DGIST Scientists Blend Two Technologies to Produce a High-Efficiency Waste-Heat Energy Harvester
A team of scientists from Korea's Daegu Gyeongbuk Institute of Science and Technology (DGIST) have developed a hybrid energy harvesting system, which they say dramatically outperforms existing thermoelectrochemical cell (TEC) systems — allowing Internet of Things (IoT) devices to run entirely from low-grade waste heat.
"Our hybrid cell demonstrates a remarkable thermal conversion efficiency (5.2%) and outperforms the current best n-type TECs," says Hochun Lee, DGIST professor and project lead, of the team's work. "In addition, the simple structure and fabrication process of our TCCs offer a practically feasible platform for thermal energy harvesting."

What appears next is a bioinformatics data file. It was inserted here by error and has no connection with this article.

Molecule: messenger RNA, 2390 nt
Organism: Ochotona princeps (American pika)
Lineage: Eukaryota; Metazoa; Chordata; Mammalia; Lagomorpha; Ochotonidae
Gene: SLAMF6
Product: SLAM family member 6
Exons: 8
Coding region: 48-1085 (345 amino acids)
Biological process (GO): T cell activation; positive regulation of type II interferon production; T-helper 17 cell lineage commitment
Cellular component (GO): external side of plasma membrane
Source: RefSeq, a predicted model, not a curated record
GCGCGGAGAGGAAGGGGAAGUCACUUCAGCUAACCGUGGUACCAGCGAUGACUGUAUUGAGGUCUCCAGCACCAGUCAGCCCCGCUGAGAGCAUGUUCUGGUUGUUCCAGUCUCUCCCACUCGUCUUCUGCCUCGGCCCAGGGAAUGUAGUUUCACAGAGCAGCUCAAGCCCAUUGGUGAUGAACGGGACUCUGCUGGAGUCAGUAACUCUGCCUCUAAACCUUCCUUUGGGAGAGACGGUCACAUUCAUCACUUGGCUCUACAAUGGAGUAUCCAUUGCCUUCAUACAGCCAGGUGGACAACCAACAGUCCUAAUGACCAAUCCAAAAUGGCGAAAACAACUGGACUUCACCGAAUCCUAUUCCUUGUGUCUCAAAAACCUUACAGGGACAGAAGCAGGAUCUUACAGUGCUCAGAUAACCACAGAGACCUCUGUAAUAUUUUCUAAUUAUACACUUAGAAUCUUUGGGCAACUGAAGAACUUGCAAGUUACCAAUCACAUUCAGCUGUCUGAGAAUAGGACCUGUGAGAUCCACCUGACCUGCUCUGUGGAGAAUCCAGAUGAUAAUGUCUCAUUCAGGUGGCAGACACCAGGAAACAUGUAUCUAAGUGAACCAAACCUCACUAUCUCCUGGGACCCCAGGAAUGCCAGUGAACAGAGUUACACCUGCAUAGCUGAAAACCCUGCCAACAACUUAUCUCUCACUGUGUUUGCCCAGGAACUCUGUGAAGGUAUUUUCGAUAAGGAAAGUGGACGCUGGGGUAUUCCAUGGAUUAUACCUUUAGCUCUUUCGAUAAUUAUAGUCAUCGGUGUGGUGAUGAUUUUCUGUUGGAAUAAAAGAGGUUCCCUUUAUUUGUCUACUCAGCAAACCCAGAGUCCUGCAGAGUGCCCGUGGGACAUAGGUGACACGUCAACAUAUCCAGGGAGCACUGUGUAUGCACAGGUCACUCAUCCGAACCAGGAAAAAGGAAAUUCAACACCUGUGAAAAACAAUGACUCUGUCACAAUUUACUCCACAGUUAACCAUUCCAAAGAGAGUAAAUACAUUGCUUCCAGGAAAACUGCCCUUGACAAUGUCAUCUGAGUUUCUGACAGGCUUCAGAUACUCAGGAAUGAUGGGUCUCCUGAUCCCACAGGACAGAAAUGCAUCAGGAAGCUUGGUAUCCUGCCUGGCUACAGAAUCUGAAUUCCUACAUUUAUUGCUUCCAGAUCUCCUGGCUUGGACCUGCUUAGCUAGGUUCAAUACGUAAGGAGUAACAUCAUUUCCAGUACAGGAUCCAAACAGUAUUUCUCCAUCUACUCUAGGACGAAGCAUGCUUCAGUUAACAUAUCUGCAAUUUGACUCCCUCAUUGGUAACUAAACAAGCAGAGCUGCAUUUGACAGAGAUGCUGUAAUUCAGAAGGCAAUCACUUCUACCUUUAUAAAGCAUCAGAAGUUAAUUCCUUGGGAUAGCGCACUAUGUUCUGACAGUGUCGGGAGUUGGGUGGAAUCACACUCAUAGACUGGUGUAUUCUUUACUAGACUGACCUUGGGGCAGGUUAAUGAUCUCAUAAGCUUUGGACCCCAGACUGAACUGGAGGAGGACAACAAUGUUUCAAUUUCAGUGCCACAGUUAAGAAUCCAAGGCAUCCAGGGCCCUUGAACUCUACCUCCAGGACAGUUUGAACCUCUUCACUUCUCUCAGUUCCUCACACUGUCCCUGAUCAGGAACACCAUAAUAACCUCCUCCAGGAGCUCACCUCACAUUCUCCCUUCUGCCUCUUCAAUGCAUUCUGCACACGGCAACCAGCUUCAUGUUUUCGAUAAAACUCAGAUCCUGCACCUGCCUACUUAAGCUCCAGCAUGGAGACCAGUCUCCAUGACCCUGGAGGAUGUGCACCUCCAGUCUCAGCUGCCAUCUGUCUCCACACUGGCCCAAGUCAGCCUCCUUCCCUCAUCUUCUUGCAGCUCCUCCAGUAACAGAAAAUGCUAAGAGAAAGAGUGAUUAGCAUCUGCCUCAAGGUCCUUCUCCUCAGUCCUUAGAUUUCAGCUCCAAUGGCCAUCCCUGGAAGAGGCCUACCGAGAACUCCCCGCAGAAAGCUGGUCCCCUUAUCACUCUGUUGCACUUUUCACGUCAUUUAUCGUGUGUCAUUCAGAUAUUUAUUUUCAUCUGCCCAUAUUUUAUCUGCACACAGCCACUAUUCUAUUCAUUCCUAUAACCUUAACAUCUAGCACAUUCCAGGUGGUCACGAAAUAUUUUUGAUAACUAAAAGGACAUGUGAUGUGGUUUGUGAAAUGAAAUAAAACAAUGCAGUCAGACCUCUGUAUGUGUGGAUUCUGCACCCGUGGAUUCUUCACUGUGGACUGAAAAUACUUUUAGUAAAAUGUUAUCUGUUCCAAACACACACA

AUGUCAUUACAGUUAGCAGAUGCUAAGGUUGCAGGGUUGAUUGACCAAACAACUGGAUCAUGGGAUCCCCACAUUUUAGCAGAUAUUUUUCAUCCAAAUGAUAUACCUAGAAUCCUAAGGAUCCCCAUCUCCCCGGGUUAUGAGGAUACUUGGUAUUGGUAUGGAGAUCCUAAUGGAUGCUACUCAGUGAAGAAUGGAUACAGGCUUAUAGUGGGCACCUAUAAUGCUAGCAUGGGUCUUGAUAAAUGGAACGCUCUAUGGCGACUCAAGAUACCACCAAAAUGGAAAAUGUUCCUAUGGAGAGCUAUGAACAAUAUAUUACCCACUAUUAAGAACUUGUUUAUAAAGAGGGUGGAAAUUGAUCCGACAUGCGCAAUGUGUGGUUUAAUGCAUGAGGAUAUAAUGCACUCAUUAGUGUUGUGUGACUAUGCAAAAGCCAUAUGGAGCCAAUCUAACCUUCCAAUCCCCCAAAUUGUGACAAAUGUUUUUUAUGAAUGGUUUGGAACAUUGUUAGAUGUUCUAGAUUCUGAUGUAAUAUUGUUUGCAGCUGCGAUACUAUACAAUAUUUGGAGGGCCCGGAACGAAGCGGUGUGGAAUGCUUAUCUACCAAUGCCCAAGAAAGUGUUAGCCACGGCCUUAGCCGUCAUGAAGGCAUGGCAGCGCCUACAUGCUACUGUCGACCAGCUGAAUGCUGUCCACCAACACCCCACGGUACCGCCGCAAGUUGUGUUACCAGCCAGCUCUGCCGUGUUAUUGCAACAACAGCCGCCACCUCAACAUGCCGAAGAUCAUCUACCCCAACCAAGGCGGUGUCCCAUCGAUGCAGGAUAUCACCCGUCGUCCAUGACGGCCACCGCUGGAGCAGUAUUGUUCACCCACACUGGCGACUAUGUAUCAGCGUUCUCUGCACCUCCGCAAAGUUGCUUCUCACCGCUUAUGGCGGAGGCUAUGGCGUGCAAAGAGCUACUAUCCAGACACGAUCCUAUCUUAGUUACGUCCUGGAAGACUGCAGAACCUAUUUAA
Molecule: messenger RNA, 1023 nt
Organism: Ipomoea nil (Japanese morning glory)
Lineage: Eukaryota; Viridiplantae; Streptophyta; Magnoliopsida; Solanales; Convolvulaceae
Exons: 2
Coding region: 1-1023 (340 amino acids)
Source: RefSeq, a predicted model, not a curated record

The novel energy harvesting system is known as a thermoelectrochemical-concentration cell, or TCC, and is designed to combine the operating principle of a TEC with that of concentration galvanic cells — offering the best of both worlds and offering a dramatic performance gain once the temperature of the hot side goes above 40°C (104°F).
"IoT-connected societies will require economic and autonomous power sources for their IoT devices and sensors," Lee claims, "and we believe [TCCs] will be the ideal candidate to meet their need."
There's work still to be done, however: While the prototype devices built by the team offer high efficiencies, their absolute output is below that required by a useful IoT device — something Lee and colleagues hope to address by chaining multiple TCCs together in order to boost the output.
The team's work has been published in the Chemical Engineering Journal under closed-access terms.